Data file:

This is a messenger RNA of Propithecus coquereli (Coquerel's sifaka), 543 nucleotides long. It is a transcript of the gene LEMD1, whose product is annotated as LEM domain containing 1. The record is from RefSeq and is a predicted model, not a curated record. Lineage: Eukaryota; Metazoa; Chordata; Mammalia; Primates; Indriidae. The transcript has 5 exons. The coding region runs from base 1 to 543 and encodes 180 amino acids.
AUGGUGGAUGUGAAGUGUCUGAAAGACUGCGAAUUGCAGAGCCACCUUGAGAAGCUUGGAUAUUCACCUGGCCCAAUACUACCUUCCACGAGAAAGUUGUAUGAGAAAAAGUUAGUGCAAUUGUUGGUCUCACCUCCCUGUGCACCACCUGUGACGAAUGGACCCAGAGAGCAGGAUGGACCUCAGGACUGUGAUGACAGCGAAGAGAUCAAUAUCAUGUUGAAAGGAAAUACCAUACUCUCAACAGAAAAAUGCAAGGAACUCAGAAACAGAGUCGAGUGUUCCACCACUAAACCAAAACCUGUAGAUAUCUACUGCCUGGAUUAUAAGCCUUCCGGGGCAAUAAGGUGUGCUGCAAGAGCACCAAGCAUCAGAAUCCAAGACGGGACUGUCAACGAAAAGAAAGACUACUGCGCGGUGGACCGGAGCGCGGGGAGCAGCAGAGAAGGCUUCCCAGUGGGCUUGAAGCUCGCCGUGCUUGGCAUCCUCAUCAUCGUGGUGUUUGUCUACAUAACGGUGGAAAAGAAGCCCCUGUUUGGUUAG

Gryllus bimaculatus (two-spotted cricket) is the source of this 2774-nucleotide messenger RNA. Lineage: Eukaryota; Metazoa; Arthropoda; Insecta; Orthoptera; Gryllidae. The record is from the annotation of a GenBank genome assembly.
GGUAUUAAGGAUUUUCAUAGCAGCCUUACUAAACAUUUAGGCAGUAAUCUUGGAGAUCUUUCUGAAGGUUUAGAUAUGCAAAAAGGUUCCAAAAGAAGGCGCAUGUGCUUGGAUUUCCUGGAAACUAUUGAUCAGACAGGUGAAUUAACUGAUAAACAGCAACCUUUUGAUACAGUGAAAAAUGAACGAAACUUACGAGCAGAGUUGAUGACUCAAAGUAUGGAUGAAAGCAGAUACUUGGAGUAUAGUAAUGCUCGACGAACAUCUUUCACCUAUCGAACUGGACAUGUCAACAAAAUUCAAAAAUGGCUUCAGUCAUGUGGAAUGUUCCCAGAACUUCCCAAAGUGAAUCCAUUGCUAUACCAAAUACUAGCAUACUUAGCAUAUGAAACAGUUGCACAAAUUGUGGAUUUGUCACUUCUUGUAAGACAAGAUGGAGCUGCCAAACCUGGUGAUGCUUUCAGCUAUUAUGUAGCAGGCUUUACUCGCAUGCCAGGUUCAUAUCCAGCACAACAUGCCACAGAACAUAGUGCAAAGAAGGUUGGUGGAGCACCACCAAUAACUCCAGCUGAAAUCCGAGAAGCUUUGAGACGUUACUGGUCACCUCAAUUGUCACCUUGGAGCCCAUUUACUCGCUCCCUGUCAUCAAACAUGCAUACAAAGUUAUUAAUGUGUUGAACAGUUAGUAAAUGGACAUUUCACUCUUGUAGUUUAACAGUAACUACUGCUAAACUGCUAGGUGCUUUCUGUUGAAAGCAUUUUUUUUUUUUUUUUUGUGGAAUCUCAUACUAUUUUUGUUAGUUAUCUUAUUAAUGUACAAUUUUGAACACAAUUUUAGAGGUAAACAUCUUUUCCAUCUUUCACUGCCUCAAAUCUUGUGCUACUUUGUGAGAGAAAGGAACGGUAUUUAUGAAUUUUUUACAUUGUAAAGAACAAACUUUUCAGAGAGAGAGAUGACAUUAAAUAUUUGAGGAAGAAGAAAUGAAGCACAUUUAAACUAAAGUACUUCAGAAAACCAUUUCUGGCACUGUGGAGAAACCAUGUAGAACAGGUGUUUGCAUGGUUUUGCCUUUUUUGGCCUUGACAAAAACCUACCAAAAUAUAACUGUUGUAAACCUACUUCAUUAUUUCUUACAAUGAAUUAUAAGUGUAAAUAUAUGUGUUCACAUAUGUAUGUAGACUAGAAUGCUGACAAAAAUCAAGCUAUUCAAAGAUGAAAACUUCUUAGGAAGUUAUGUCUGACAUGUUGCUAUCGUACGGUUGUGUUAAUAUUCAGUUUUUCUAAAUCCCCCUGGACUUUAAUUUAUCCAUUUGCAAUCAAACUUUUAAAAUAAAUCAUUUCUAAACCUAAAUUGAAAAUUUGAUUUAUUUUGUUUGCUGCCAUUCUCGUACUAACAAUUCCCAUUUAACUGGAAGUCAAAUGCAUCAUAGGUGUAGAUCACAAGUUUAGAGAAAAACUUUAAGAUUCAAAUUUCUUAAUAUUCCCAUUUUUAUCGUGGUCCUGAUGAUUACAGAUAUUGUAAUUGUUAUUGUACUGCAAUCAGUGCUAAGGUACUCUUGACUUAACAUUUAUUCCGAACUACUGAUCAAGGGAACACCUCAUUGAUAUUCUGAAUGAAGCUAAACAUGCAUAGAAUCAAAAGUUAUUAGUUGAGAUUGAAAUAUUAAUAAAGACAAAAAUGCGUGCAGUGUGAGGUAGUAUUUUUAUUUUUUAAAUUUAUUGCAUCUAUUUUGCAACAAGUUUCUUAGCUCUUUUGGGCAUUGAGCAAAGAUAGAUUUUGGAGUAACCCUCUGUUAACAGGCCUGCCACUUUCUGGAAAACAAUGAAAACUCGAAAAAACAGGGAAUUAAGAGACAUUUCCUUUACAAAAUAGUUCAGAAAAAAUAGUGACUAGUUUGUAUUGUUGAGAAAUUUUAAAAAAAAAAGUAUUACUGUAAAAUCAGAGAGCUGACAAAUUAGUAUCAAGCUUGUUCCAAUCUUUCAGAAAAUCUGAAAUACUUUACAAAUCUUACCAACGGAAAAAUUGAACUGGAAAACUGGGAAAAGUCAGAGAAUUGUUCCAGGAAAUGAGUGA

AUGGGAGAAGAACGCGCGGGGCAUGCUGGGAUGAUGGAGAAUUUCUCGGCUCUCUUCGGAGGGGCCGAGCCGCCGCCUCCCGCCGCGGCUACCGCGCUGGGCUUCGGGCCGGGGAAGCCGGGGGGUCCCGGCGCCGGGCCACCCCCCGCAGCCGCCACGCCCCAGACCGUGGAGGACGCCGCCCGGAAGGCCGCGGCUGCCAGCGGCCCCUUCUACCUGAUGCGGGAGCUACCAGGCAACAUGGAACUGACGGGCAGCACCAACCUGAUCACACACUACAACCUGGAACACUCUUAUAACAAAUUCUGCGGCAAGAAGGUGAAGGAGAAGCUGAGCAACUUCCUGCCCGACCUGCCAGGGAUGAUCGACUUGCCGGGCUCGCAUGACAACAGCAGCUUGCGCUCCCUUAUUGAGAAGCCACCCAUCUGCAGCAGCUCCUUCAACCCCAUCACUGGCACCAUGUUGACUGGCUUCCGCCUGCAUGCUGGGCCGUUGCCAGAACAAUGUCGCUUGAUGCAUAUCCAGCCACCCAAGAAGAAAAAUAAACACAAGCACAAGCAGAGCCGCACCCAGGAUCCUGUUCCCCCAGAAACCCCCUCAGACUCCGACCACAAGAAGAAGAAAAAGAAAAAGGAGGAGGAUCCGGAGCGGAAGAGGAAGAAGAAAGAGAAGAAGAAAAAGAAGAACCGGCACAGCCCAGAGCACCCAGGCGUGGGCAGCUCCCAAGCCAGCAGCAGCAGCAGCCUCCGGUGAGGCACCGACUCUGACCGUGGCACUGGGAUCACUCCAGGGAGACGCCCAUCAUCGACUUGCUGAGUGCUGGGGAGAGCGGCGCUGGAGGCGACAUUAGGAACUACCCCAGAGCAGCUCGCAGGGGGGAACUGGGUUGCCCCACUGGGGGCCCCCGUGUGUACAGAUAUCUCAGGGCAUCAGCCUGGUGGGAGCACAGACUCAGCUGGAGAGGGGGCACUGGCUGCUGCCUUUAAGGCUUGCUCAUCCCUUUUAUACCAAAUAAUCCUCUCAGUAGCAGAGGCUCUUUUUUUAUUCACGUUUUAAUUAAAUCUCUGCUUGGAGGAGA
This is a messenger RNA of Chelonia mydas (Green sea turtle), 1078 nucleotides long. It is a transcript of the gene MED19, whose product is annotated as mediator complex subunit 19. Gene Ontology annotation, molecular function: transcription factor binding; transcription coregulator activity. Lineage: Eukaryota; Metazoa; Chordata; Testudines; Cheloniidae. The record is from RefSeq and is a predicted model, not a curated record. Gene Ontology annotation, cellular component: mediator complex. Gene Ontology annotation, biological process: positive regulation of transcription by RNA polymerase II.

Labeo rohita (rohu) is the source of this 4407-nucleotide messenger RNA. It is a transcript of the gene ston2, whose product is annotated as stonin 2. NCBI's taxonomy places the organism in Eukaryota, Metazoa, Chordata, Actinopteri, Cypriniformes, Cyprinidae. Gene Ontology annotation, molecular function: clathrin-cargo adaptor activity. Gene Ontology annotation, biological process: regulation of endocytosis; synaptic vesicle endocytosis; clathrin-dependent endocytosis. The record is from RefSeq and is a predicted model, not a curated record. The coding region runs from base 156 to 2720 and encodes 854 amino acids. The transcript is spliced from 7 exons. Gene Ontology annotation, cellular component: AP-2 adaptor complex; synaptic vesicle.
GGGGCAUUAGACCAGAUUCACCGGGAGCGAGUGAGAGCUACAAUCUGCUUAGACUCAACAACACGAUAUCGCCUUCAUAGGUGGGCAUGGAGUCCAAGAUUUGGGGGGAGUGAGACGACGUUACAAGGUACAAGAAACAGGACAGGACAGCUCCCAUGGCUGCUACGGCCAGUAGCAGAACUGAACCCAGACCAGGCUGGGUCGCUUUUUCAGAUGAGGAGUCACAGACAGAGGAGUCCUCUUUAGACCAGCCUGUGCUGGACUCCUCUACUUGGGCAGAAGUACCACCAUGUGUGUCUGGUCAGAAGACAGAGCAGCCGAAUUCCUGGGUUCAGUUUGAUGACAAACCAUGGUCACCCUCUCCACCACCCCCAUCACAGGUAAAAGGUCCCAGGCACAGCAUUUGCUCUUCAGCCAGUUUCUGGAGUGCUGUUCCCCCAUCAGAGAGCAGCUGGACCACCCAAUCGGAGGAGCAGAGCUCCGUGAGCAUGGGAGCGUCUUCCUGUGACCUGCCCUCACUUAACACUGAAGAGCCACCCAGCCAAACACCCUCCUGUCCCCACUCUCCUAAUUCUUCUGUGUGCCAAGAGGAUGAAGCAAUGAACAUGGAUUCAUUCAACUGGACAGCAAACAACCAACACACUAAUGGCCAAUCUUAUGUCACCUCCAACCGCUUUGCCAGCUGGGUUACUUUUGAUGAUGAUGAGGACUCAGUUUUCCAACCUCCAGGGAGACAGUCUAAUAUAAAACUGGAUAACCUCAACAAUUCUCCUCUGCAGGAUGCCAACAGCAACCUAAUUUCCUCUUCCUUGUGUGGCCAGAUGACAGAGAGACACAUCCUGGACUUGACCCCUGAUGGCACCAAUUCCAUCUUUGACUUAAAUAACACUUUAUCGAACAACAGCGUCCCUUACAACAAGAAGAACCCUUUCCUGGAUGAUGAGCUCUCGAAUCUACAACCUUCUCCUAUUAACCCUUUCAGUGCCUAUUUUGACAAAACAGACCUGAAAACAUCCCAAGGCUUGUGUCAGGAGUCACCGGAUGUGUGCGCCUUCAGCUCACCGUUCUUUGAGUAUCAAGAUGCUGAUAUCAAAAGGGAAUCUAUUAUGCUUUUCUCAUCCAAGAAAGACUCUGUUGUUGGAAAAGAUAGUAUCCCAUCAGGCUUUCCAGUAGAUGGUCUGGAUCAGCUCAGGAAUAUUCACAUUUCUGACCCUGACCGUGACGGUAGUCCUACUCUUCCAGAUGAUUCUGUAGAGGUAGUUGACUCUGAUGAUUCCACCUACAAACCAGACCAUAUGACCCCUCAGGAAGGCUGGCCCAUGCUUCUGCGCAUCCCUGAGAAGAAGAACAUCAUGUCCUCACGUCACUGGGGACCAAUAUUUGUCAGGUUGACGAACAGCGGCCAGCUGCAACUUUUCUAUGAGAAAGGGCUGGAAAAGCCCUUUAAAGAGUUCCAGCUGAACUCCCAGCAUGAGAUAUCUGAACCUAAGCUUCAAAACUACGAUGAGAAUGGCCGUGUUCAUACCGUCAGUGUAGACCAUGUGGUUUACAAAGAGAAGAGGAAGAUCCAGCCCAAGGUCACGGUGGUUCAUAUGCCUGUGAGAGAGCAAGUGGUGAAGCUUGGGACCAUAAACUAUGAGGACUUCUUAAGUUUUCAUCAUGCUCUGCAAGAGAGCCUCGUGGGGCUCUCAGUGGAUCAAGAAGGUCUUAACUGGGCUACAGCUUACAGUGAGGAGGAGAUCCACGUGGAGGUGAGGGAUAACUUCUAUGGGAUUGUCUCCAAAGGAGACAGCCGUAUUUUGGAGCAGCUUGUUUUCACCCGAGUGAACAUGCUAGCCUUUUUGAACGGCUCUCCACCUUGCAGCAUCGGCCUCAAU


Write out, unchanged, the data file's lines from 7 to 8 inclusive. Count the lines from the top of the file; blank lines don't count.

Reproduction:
Labeo rohita (rohu) is the source of this 4407-nucleotide messenger RNA. It is a transcript of the gene ston2, whose product is annotated as stonin 2. NCBI's taxonomy places the organism in Eukaryota, Metazoa, Chordata, Actinopteri, Cypriniformes, Cyprinidae. Gene Ontology annotation, molecular function: clathrin-cargo adaptor activity. Gene Ontology annotation, biological process: regulation of endocytosis; synaptic vesicle endocytosis; clathrin-dependent endocytosis. The record is from RefSeq and is a predicted model, not a curated record. The coding region runs from base 156 to 2720 and encodes 854 amino acids. The transcript is spliced from 7 exons. Gene Ontology annotation, cellular component: AP-2 adaptor complex; synaptic vesicle.
GGGGCAUUAGACCAGAUUCACCGGGAGCGAGUGAGAGCUACAAUCUGCUUAGACUCAACAACACGAUAUCGCCUUCAUAGGUGGGCAUGGAGUCCAAGAUUUGGGGGGAGUGAGACGACGUUACAAGGUACAAGAAACAGGACAGGACAGCUCCCAUGGCUGCUACGGCCAGUAGCAGAACUGAACCCAGACCAGGCUGGGUCGCUUUUUCAGAUGAGGAGUCACAGACAGAGGAGUCCUCUUUAGACCAGCCUGUGCUGGACUCCUCUACUUGGGCAGAAGUACCACCAUGUGUGUCUGGUCAGAAGACAGAGCAGCCGAAUUCCUGGGUUCAGUUUGAUGACAAACCAUGGUCACCCUCUCCACCACCCCCAUCACAGGUAAAAGGUCCCAGGCACAGCAUUUGCUCUUCAGCCAGUUUCUGGAGUGCUGUUCCCCCAUCAGAGAGCAGCUGGACCACCCAAUCGGAGGAGCAGAGCUCCGUGAGCAUGGGAGCGUCUUCCUGUGACCUGCCCUCACUUAACACUGAAGAGCCACCCAGCCAAACACCCUCCUGUCCCCACUCUCCUAAUUCUUCUGUGUGCCAAGAGGAUGAAGCAAUGAACAUGGAUUCAUUCAACUGGACAGCAAACAACCAACACACUAAUGGCCAAUCUUAUGUCACCUCCAACCGCUUUGCCAGCUGGGUUACUUUUGAUGAUGAUGAGGACUCAGUUUUCCAACCUCCAGGGAGACAGUCUAAUAUAAAACUGGAUAACCUCAACAAUUCUCCUCUGCAGGAUGCCAACAGCAACCUAAUUUCCUCUUCCUUGUGUGGCCAGAUGACAGAGAGACACAUCCUGGACUUGACCCCUGAUGGCACCAAUUCCAUCUUUGACUUAAAUAACACUUUAUCGAACAACAGCGUCCCUUACAACAAGAAGAACCCUUUCCUGGAUGAUGAGCUCUCGAAUCUACAACCUUCUCCUAUUAACCCUUUCAGUGCCUAUUUUGACAAAACAGACCUGAAAACAUCCCAAGGCUUGUGUCAGGAGUCACCGGAUGUGUGCGCCUUCAGCUCACCGUUCUUUGAGUAUCAAGAUGCUGAUAUCAAAAGGGAAUCUAUUAUGCUUUUCUCAUCCAAGAAAGACUCUGUUGUUGGAAAAGAUAGUAUCCCAUCAGGCUUUCCAGUAGAUGGUCUGGAUCAGCUCAGGAAUAUUCACAUUUCUGACCCUGACCGUGACGGUAGUCCUACUCUUCCAGAUGAUUCUGUAGAGGUAGUUGACUCUGAUGAUUCCACCUACAAACCAGACCAUAUGACCCCUCAGGAAGGCUGGCCCAUGCUUCUGCGCAUCCCUGAGAAGAAGAACAUCAUGUCCUCACGUCACUGGGGACCAAUAUUUGUCAGGUUGACGAACAGCGGCCAGCUGCAACUUUUCUAUGAGAAAGGGCUGGAAAAGCCCUUUAAAGAGUUCCAGCUGAACUCCCAGCAUGAGAUAUCUGAACCUAAGCUUCAAAACUACGAUGAGAAUGGCCGUGUUCAUACCGUCAGUGUAGACCAUGUGGUUUACAAAGAGAAGAGGAAGAUCCAGCCCAAGGUCACGGUGGUUCAUAUGCCUGUGAGAGAGCAAGUGGUGAAGCUUGGGACCAUAAACUAUGAGGACUUCUUAAGUUUUCAUCAUGCUCUGCAAGAGAGCCUCGUGGGGCUCUCAGUGGAUCAAGAAGGUCUUAACUGGGCUACAGCUUACAGUGAGGAGGAGAUCCACGUGGAGGUGAGGGAUAACUUCUAUGGGAUUGUCUCCAAAGGAGACAGCCGUAUUUUGGAGCAGCUUGUUUUCACCCGAGUGAACAUGCUAGCCUUUUUGAACGGCUCUCCACCUUGCAGCAUCGGCCUCAAU